At Showfield, an access road will link the community with Monroe Avenue Extended and Freeman Highway by the Olde Town at Lewes subdivision.

A street from the Kings Highway-Clay Road intersection will link the yet-to-be-built Village Center and Village Center Cottages with the Governors and Senators communities.

In both cases, residents requested the homeowners associations be permitted to place gates on the roads with emergency access only. Also in both cases, the planning & zoning commission denied the requests, stating the access roads were approved on the final site plans.

“Interconnectivity is something that goes back to the comprehensive plan, where it's encouraged, if not required. Even though it may be on the site plan, it's become controversial today,” Lawson said.

Rieley said he can understand why an HOA would not support interconnectivity between parcels. “They own the roads and pay to maintain them. More traffic puts additional wear and tear. How is that fair?” he asked.

“We have a spiderweb of shortcuts,” said Commissioner Bruce Mears.

He added that communities should be able to put up gates to block access for safety reasons. “And the streets are not built to state standards. Gates should be allowed,” he said.

Alternative housing

Lawson said one possible way to increase affordable housing inventory would be to upgrade the county's regulations on single- and double-wide manufactured homes and accessory dwelling units.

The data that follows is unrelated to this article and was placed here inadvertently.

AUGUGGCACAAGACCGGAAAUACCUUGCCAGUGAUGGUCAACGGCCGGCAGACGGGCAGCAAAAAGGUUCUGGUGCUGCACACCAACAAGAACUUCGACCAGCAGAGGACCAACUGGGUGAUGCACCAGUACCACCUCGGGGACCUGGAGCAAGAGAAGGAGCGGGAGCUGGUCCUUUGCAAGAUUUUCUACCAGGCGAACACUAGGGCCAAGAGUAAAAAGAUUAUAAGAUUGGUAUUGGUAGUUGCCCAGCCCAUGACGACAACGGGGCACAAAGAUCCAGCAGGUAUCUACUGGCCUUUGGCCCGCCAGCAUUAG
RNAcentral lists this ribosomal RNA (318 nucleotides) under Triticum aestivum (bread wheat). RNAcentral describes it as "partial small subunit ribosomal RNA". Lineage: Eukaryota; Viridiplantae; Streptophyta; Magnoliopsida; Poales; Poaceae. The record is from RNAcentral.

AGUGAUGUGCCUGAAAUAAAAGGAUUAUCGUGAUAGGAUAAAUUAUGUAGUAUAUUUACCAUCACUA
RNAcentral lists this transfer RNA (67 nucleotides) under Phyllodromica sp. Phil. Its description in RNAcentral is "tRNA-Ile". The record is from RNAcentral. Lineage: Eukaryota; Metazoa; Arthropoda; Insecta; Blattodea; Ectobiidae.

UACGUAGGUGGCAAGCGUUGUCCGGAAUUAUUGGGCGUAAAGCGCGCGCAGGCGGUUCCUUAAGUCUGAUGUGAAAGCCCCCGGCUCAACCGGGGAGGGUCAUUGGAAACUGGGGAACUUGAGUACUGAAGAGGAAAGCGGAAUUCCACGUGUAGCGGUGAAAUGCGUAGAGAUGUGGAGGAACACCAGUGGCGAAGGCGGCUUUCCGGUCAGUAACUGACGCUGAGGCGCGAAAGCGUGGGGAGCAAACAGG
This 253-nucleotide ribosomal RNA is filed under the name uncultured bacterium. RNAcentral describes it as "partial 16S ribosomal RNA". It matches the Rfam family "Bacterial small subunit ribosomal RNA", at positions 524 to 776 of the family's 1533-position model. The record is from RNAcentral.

County Director of Planning & Zoning Jamie Whitehouse said the staff can now approve accessory dwelling units that meet all requirements if there are no objections. “There are about a dozen every year, and most are administratively approved,” he said.

Seventy-two have been approved over the past five years.

The units have to be detached from the main house and must have no more than 800 square feet of habitable area.

“Why are they supposed to be detached?” Lawson asked. “We can certainly consider changes.”

Rieley said the units should not be able to be used as rentals or as tourist homes.

Robertson said sometimes HOA covenants do not allow the small structures. “We can't enforce private covenants. It's not a business we want to get into,” he said.

Whitehouse said a farm of at least 10 acres can have one manufactured home. “It can be temporary for medical needs for two years,” he added.

The homes must be skirted and anchored, and be no older than 10 years. Whitehouse said construction standards have improved dramatically and a 10-year-old manufactured home is usually in great condition. “Is 10 years too strict?” he asked.

Councilwoman Cindy Green said there is an issue of residents living in campers.

Lawson said some people are faced with the choice of living in the woods, cars or RVs. “I'm not saying people should be able to live in RVs,” he said.

Lawson said nothing in code deals with park models, which are popular units used in campgrounds. One of the largest manufacturers of park models is Great Outdoor Cottages in the Delaware Coastal Business Park.

Part 1 was published in the Sept. 29 edition.